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London Spirit - The Bad Team Done Good
Jack Hope writes about a bad team with a good shot at glory in The Hundred
Yesterday I attended Lord’s, along with Max and Ross, for another contest in The Hundred. It was a slightly disappointing game, as a confused Manchester Originals collapsed to London Spirit. However, we still got a lot out of it. Ross asked Phil Salt a question about him running out Dre Russ, we got to meet Matt Roller before he comes on our podcast tomorrow, and we had the chance to sample all three flavours of water in the Lord’s press box (raspberry was best).
As usual we’ll talk about the game in more detail on the show, but, thematically speaking, London Spirit’s season looks like it could turn into an interesting one. With two wins from two, last season’s worst team are sitting pretty at the top of the table and now have a really strong chance of making the play-offs. Prior to the tournament I wasn’t too enthusiastic about them and, after seeing them twice, I am still not convinced they are particularly good.
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This is also why I think they are interesting, as they highlight one of the quirks of the tournament as a whole. From a sporting perspective, 8 games is not really enough to determine who the best teams in the group stage are. This allows a potential mid-weight, or even a bad team, a realistic shot at glory.
We can use a really simple model to illustrate this. First we are going to make assumptions: the best team in a short format tournament has a 60% chance of winning any given match, the average team a 50% chance, and the worst a 40% chance. From there we can work out the probability of the three teams winning X number of games. We can then put that together in a chart, with three bell curves, to show the difference between the three teams.
Taking 5 wins as the cutoff to make the play-offs (based on the 2021 tournament) that gives the good team a 59.4% chance, the average a 36.3% chance and the bad a 17.4% chance. Clearly it pays to be the best team, but over 8 games even a genuinely bad side has more than a puncher's chance of making it to the play-offs.
If the tournament were extended to 14 games, matching the IPL, we see a fairly drastic change in the odds of each side making the play-offs. Looking at the last 4 seasons the IPL had 8 teams, 9 wins basically guarantees you top 3. From the model above, that would mean the play-off chances for each team would be: good team a 48.5% chance, average team a 21.5% chance and bad team a 5.8% chance.
Each team sees a fall in their play-off hopes, but proportionally speaking this hits hardest for the average team and the bad team. Meaning that in a longer tournament we’re less likely to see a poor team stinking out the later stages. It’s also worth flagging here that this is a very simple model mocked up during a lunch break, please treat it as instructional rather than gospel. Clearly, in real life, no team is going into every match with exactly a 60% chance of winning.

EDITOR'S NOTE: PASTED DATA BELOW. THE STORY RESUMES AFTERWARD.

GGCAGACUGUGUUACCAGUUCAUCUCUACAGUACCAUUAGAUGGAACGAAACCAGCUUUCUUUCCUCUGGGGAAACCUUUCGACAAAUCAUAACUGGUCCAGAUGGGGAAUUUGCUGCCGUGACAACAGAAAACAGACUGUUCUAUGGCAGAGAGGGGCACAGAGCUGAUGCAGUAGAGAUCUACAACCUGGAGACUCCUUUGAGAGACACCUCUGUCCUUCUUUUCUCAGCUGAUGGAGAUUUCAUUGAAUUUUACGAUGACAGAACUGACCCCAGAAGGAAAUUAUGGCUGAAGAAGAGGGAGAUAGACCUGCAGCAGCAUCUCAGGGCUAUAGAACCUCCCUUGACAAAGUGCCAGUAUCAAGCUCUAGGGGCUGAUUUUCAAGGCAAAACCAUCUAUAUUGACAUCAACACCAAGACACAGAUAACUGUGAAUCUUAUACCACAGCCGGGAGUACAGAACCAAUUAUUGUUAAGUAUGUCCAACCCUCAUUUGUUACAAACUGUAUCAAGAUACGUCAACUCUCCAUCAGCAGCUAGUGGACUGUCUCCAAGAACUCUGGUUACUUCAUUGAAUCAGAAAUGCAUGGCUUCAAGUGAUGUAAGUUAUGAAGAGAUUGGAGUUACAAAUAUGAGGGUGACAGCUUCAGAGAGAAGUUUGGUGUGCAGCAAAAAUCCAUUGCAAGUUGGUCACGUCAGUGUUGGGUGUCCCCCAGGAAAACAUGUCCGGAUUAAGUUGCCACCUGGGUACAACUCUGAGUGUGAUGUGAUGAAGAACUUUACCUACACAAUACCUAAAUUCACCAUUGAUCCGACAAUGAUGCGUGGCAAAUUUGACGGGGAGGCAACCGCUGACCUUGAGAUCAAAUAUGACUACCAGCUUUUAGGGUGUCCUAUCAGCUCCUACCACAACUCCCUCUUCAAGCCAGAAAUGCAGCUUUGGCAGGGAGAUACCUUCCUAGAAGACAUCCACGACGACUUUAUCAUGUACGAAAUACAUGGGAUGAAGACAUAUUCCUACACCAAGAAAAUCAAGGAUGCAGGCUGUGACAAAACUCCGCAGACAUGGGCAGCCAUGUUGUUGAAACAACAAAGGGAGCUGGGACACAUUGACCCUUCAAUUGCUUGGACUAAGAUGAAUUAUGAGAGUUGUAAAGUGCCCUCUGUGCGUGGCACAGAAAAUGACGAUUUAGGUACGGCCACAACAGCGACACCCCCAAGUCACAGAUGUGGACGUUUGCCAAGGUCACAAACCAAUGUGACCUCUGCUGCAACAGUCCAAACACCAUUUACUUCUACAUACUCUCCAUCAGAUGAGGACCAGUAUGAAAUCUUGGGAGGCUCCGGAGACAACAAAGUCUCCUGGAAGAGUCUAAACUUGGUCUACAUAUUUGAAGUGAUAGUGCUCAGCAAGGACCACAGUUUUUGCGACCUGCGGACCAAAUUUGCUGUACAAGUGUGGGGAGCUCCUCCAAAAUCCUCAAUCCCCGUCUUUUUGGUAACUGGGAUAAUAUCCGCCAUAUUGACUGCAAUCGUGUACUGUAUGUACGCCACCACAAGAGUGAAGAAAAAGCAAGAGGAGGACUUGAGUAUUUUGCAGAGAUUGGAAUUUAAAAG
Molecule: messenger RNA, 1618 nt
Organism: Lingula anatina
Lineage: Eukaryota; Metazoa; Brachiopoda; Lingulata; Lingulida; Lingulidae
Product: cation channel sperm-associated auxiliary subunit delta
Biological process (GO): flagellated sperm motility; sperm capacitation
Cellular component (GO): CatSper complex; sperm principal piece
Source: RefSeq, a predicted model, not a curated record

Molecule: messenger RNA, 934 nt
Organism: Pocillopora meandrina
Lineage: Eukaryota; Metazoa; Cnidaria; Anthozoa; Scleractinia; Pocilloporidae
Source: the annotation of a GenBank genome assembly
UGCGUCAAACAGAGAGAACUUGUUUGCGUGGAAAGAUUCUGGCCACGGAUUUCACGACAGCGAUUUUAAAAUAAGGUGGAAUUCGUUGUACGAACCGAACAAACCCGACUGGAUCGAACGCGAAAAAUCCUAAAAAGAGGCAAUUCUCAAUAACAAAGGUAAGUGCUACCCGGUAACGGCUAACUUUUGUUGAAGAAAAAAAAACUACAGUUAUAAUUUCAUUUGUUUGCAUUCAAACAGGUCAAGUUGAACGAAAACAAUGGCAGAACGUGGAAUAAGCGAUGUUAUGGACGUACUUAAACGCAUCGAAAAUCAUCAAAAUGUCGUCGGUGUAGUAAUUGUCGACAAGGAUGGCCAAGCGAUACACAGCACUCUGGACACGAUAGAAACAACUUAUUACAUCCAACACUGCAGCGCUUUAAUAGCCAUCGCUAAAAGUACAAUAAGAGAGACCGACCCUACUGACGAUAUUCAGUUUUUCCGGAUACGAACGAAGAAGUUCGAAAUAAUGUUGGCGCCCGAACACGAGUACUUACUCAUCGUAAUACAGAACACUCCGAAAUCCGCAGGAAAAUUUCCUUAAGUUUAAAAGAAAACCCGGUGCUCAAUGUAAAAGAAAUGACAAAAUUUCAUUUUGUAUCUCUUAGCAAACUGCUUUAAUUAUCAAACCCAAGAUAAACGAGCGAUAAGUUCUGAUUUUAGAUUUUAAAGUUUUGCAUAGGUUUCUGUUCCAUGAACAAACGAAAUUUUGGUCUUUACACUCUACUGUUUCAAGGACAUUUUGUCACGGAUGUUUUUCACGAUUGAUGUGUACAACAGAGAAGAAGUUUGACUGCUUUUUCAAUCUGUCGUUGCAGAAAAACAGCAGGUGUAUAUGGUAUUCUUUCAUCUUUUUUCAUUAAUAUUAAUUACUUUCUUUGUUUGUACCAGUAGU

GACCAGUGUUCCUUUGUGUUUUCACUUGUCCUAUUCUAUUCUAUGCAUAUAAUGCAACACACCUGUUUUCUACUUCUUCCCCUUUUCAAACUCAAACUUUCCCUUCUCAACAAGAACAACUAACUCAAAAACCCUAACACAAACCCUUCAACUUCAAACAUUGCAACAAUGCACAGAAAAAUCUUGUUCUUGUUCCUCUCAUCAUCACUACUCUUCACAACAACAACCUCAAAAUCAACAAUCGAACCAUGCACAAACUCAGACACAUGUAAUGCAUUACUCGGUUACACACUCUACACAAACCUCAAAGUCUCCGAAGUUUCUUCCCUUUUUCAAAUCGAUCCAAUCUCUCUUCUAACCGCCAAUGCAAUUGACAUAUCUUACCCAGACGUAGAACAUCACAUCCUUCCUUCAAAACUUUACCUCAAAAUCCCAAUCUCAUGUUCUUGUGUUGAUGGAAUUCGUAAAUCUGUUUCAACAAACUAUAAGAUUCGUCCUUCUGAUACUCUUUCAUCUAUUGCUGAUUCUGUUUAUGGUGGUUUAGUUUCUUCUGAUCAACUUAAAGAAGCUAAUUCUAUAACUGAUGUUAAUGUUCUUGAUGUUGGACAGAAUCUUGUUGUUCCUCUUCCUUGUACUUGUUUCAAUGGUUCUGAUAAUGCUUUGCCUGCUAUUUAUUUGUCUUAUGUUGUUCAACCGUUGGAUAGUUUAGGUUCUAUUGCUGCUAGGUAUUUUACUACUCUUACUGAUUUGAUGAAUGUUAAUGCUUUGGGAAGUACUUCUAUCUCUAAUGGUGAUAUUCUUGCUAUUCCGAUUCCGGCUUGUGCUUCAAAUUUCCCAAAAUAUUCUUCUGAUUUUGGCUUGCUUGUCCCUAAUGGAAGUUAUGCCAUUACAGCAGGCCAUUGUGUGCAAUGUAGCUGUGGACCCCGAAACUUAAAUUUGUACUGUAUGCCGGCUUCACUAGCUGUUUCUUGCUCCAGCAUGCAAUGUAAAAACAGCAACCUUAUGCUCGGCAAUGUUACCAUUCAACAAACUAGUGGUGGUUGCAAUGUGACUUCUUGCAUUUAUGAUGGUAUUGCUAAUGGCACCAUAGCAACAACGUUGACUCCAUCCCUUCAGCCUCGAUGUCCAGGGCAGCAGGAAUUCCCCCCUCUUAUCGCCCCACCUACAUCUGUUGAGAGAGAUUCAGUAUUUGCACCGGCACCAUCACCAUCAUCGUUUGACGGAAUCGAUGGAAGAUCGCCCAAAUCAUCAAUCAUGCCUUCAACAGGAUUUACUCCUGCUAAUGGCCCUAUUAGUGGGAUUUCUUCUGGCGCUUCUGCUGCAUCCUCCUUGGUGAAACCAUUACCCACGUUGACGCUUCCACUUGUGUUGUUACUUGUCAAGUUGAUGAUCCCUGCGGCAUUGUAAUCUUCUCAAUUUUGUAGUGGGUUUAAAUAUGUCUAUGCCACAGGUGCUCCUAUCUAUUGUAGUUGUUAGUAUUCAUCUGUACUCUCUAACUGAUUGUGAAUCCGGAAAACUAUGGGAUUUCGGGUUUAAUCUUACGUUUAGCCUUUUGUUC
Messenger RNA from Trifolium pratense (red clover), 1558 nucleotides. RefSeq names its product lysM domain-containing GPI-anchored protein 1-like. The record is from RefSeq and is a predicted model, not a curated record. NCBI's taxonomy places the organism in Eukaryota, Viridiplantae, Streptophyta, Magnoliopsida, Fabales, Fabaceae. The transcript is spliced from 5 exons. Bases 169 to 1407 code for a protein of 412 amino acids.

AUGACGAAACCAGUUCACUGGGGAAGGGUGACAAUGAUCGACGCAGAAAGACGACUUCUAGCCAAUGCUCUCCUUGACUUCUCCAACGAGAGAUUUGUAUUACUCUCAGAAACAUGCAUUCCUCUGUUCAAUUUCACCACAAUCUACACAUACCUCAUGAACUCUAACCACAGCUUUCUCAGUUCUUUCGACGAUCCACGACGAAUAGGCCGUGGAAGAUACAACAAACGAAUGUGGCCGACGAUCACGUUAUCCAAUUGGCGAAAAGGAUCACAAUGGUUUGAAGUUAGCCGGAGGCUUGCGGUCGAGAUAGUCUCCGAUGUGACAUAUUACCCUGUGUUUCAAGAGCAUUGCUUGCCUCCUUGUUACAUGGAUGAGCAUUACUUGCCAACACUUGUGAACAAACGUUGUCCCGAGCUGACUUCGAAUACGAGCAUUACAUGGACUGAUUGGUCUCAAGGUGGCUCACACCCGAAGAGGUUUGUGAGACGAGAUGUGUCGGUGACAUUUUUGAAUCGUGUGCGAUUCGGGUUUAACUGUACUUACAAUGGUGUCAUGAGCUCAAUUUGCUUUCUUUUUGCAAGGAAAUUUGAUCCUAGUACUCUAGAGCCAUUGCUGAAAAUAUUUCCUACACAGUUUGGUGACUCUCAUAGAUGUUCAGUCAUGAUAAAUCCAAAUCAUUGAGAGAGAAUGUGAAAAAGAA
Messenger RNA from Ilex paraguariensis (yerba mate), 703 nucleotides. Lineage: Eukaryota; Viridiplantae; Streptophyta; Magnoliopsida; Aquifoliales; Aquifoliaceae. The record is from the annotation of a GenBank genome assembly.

I am also aware, of course, that there are a whole bunch of reasons why a 14 game season for The Hundred wouldn’t work at this point. In future, however, I’d broadly be in favour of some kind of extension. Perhaps 14 games wouldn’t work, but, if people are still interested in a couple of years' time, adding an extra home game for each side would be a good step.
To bring this back to London Spirit, they’re set up very nicely, with an excellent opportunity to make the play-offs. Sticking with the theme above though, even if we think they are a bad team (and this initial call may have been wrong), given a 40% chance of winning each of their final 6 matches they would still have a 45% likelihood of making it to 5 wins overall!
I don’t want to miss the opportunity to pile in on Manchester Originals too. Last night they were basically a case study in how not to organise yourselves in short form cricket. After making a selection of poor bowling changes, leaving themselves hideously exposed to the short boundary, they proceeded to totally screw up their batting order.
It shouldn’t be news to anybody who has been following cricket in the last decade that if you have Andre Russell in your team, and you need more than 10 an over, you should send in Andre Russell - see the table below, sorted by strike rate for every batter to face 200 balls in T20s in the last 3 years.
The memo hadn’t made it through to the Original’s brain trust though, who opted to use other players until the rate had reached 15rpo. To compound this error they also left Tristan Stubbs in the dugout until the game was practically dead. These are decisions which probably cost them 10-20% equity in the game. In an 8 match tournament you can’t allow that to happen.